The sex workers’ branch of the GMB union will join, later today, hundreds of thousands of public sector workers that go on strike over pensions, both in England and Wales.
Public sector workers – most of them teachers – have called a strike because of the Government’s proposals to change pensions for public sector workers and also in protest against the announced spending cuts. All across the country, schools and universities are to close, while disruptions in courts’ services and airports are also expected.
Four unions are taking part of the strike: three teaching unions (NUT, ATL and UCU) and the PCS - which involves, among others, prison workers, immigration staff, air traffic controllers. The trade union GMB hasn’t joined the strike, but one of its branches – the sex workers’ branch – has decided to show solidarity with public sector workers.
A “symbolic” gesture
“All workers are concerned with the cuts on public services, even if I’m not a public sector worker”, the President of the GMB sex workers’ branch, Thierry Schaffauser, says.
The branch has sent a solidarity message to all the unions on strike, and all the unionized sex workers were informed about the picket lines spread across London, having been encouraged to join the public sector workers on the streets.
“I don’t know if anyone will do it, but I think we will have a banner to show other workers that we support them and that we are part of the same movement”, Mr Schaffauser says: “the fact that we have no labour rights, the fact that the law prevents us from working more than one person in the same premise, the fact that there’s no tradition, there’s no culture of unionism in our industry, obviously doesn’t help to organize workers in the union”.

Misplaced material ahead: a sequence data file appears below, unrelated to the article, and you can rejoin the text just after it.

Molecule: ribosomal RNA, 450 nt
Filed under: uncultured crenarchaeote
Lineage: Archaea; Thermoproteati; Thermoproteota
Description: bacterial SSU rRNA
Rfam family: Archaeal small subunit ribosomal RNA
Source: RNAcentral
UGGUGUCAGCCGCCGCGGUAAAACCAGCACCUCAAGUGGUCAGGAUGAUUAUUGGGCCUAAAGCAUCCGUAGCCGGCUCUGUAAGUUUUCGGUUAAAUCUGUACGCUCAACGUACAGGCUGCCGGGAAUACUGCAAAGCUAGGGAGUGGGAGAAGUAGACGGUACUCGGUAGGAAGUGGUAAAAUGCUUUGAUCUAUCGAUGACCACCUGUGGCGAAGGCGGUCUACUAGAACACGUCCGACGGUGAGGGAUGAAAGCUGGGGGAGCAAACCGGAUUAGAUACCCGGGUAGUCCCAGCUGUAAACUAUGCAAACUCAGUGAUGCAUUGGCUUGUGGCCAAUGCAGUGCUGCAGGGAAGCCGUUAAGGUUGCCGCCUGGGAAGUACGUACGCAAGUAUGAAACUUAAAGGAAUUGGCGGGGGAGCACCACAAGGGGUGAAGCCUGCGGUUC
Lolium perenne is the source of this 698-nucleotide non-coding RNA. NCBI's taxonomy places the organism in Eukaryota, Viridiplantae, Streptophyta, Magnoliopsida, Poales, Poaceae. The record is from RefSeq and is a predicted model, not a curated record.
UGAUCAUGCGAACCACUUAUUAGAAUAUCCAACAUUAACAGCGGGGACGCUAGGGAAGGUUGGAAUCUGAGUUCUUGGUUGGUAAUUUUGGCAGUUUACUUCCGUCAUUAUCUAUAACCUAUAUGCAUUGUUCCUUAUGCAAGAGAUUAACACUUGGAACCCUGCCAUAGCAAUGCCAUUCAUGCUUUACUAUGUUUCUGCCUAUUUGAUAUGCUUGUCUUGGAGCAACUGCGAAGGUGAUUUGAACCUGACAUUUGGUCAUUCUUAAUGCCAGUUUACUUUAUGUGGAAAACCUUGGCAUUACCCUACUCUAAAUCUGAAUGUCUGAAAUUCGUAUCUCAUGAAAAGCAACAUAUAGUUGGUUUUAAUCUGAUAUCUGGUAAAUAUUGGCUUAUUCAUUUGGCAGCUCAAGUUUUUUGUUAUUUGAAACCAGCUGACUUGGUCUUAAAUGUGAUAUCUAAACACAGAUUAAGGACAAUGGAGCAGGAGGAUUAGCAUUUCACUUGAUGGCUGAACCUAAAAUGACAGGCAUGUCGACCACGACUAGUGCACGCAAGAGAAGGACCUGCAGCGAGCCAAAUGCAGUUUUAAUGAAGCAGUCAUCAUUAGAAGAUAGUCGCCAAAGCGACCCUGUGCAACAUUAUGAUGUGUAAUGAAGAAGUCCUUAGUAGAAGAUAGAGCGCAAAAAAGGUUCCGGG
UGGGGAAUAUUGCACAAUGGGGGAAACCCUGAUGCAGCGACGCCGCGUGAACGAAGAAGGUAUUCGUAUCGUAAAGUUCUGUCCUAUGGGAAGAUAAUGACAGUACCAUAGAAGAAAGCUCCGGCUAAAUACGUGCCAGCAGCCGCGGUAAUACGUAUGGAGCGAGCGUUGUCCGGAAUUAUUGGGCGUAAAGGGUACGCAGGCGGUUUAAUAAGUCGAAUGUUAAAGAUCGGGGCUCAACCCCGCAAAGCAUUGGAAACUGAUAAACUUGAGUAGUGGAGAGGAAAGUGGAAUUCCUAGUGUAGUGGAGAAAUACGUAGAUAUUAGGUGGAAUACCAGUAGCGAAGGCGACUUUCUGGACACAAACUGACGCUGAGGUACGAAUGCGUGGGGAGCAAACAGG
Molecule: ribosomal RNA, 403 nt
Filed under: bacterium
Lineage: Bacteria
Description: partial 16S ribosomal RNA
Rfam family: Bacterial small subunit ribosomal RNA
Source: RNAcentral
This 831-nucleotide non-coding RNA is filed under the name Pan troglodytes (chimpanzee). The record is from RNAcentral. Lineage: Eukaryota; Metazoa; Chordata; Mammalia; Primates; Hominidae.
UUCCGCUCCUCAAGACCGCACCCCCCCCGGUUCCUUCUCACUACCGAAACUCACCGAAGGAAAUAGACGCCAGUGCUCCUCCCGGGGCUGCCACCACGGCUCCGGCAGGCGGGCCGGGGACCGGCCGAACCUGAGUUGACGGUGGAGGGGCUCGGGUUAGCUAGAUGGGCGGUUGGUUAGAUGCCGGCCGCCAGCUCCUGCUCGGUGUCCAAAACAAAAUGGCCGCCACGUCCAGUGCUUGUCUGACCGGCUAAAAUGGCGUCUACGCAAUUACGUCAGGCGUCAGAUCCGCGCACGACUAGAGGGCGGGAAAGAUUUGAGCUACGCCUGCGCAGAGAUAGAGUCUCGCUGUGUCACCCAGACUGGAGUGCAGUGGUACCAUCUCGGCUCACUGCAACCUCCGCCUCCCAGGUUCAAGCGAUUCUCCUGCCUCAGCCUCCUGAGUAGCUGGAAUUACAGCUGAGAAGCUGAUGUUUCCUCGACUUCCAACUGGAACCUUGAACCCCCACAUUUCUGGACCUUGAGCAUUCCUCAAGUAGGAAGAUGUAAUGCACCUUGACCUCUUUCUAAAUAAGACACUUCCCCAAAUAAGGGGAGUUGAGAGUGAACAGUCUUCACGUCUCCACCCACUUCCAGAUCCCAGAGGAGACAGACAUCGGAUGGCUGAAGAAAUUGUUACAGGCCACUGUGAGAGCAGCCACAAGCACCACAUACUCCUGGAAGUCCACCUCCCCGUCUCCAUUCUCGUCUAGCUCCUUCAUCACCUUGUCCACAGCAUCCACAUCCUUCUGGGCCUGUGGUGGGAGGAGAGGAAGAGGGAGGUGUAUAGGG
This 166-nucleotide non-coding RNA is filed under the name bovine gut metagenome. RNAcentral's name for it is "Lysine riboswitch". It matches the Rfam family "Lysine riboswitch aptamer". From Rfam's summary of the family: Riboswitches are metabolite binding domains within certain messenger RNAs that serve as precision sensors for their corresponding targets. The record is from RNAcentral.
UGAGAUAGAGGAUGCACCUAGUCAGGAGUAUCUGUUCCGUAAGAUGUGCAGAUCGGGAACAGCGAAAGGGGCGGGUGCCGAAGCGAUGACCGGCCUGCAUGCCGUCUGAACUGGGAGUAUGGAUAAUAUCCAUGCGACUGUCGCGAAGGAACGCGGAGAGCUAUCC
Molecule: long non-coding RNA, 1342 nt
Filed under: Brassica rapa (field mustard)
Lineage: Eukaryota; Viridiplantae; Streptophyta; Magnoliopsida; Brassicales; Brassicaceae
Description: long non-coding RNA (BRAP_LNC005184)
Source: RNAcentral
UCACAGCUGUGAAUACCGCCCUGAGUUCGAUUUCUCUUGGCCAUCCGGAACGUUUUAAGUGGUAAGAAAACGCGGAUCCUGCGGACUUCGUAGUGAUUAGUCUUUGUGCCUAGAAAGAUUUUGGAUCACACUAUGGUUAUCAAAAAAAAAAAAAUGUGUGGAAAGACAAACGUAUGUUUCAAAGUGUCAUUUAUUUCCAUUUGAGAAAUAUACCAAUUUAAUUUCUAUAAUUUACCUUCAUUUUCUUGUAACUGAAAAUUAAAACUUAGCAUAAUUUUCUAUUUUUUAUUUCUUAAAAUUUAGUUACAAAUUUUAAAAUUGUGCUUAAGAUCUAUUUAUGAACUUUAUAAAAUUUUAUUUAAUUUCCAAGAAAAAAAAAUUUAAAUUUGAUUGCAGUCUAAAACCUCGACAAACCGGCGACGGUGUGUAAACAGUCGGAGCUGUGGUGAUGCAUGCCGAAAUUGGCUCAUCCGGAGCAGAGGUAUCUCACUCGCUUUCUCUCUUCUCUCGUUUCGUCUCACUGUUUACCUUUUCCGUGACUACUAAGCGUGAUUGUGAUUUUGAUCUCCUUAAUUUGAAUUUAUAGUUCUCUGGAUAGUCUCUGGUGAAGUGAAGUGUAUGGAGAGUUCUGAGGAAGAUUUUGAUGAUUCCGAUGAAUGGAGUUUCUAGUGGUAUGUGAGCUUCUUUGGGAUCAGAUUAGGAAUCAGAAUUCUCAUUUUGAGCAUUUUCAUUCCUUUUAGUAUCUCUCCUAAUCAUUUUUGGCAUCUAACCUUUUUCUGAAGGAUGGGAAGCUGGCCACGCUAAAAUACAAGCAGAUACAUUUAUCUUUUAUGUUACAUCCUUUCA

Thierry Schaffauser, from the GMB union, explains the small visibility of their actions:
Aside from showing their solidarity, the sex workers that join the picket lines will also call for a change in sex work laws, as well as for measures against violence and exploitation inside the sex industry.
Strike action is “unnecessary and premature”
“Strike action is unnecessary and premature while discussions – set up at the request of the Trade Union Congress (TUC) – are ongoing”, the Minister for the Cabinet Office, Francis Maude, said: “the Government has always been committed to working openly and constructively with the TUC on public sector pensions and we believe both sides have a responsibility to see the talks through”.
Reacting to the number of workers mobilized by the unions, Mr Maude said that “the majority of civil servants and teachers themselves did not vote for this action, showing how extremely limited support is for this strike”.
Mr Maude also reiterated the Coalition Government’s determination to carry out the reform on public sector pensions, saying it is “inevitable”: public sector pensions “will be paid later because people live longer – and public sector staff will pay more, for a fairer balance between what they pay and what other taxpayers pay”.